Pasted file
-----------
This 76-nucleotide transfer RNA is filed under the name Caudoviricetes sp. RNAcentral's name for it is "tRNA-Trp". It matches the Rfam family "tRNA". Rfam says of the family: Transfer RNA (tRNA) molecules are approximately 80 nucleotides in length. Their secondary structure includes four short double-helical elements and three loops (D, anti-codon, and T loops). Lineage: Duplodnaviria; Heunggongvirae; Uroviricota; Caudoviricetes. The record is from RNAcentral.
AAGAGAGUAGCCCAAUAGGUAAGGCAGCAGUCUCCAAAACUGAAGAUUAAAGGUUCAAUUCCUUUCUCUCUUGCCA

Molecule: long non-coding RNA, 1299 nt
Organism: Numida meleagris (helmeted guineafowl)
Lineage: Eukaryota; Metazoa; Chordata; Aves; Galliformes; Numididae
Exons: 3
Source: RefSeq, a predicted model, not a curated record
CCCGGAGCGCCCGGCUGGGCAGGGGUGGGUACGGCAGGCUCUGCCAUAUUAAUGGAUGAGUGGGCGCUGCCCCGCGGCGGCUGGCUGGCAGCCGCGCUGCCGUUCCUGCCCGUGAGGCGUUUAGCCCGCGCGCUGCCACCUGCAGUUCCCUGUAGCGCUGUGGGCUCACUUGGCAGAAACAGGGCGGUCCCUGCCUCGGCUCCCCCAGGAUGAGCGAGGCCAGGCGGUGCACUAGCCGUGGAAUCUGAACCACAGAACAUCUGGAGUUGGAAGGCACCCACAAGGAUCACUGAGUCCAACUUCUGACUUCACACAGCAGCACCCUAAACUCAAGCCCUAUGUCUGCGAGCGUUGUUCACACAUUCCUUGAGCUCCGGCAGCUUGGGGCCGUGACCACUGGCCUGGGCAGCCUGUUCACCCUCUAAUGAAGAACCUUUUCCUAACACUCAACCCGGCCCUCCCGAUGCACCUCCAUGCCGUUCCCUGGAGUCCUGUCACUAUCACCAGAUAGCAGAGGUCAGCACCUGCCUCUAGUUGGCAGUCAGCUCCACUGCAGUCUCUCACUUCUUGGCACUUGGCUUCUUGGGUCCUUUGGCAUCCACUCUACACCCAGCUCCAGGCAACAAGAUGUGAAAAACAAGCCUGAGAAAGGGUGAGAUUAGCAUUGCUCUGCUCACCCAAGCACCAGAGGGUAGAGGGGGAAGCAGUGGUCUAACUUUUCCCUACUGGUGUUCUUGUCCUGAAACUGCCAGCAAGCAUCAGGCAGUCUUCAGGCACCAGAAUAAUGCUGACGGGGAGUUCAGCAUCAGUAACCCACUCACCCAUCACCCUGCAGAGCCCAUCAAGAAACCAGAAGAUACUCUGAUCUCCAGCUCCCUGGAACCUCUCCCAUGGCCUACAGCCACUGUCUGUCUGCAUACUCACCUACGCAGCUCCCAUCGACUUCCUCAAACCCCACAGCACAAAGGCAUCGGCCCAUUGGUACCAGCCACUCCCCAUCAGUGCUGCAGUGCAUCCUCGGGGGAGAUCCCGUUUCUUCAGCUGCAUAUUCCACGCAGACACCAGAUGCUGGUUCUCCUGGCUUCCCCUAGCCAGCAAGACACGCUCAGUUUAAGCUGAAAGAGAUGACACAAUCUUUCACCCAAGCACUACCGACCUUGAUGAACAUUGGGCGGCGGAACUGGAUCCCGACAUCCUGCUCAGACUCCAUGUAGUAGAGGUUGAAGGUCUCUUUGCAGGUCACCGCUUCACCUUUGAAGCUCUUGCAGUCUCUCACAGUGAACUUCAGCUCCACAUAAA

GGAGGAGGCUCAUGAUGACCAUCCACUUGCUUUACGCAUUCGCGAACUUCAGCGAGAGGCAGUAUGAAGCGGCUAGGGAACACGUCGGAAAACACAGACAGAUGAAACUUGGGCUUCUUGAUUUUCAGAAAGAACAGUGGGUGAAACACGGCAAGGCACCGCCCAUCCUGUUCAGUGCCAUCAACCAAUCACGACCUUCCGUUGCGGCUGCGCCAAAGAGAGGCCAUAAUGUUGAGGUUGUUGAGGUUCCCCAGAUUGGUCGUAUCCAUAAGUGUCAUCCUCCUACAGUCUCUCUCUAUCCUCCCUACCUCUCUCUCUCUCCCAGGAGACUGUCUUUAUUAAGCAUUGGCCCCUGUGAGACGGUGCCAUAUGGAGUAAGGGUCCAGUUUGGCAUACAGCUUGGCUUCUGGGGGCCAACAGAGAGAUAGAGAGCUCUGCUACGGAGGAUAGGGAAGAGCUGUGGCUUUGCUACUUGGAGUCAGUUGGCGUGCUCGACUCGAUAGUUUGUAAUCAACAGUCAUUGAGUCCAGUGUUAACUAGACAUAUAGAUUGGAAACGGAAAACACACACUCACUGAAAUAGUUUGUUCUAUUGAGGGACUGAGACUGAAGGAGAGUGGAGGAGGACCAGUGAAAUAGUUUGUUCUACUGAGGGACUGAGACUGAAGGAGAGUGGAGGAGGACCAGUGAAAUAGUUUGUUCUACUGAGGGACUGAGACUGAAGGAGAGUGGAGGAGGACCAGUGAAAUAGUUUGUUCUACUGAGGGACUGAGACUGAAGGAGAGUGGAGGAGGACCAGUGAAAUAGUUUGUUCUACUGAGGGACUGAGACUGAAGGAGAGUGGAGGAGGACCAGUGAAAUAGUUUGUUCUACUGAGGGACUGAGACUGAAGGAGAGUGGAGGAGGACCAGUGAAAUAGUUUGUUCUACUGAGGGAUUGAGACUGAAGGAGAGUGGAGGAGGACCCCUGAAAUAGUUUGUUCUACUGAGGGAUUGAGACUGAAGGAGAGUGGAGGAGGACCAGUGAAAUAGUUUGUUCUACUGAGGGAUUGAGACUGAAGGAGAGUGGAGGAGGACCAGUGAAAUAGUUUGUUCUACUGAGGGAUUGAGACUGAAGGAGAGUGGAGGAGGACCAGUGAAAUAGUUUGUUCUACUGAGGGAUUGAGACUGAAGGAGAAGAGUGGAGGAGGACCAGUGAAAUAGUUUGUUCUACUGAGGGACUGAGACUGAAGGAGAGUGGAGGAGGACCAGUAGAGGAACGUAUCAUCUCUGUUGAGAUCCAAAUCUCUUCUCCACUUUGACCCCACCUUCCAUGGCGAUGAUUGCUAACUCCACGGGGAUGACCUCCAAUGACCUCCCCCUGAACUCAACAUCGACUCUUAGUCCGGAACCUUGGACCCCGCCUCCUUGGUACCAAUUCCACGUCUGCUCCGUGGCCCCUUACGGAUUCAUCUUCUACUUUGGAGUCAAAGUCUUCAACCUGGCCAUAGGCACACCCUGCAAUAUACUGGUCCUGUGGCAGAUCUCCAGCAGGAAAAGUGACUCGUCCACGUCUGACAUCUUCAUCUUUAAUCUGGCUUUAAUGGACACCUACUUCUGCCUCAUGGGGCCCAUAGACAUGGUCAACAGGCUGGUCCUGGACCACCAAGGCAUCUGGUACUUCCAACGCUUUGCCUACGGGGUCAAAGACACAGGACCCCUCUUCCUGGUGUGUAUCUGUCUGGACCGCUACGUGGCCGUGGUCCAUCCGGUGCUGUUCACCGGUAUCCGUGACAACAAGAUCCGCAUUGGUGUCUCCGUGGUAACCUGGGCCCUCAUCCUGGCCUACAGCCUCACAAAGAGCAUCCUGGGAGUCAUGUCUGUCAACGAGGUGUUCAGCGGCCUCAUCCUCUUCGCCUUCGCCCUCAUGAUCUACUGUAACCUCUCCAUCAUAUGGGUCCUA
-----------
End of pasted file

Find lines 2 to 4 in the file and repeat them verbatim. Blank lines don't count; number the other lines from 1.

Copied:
AAGAGAGUAGCCCAAUAGGUAAGGCAGCAGUCUCCAAAACUGAAGAUUAAAGGUUCAAUUCCUUUCUCUCUUGCCA

Molecule: long non-coding RNA, 1299 nt
Organism: Numida meleagris (helmeted guineafowl)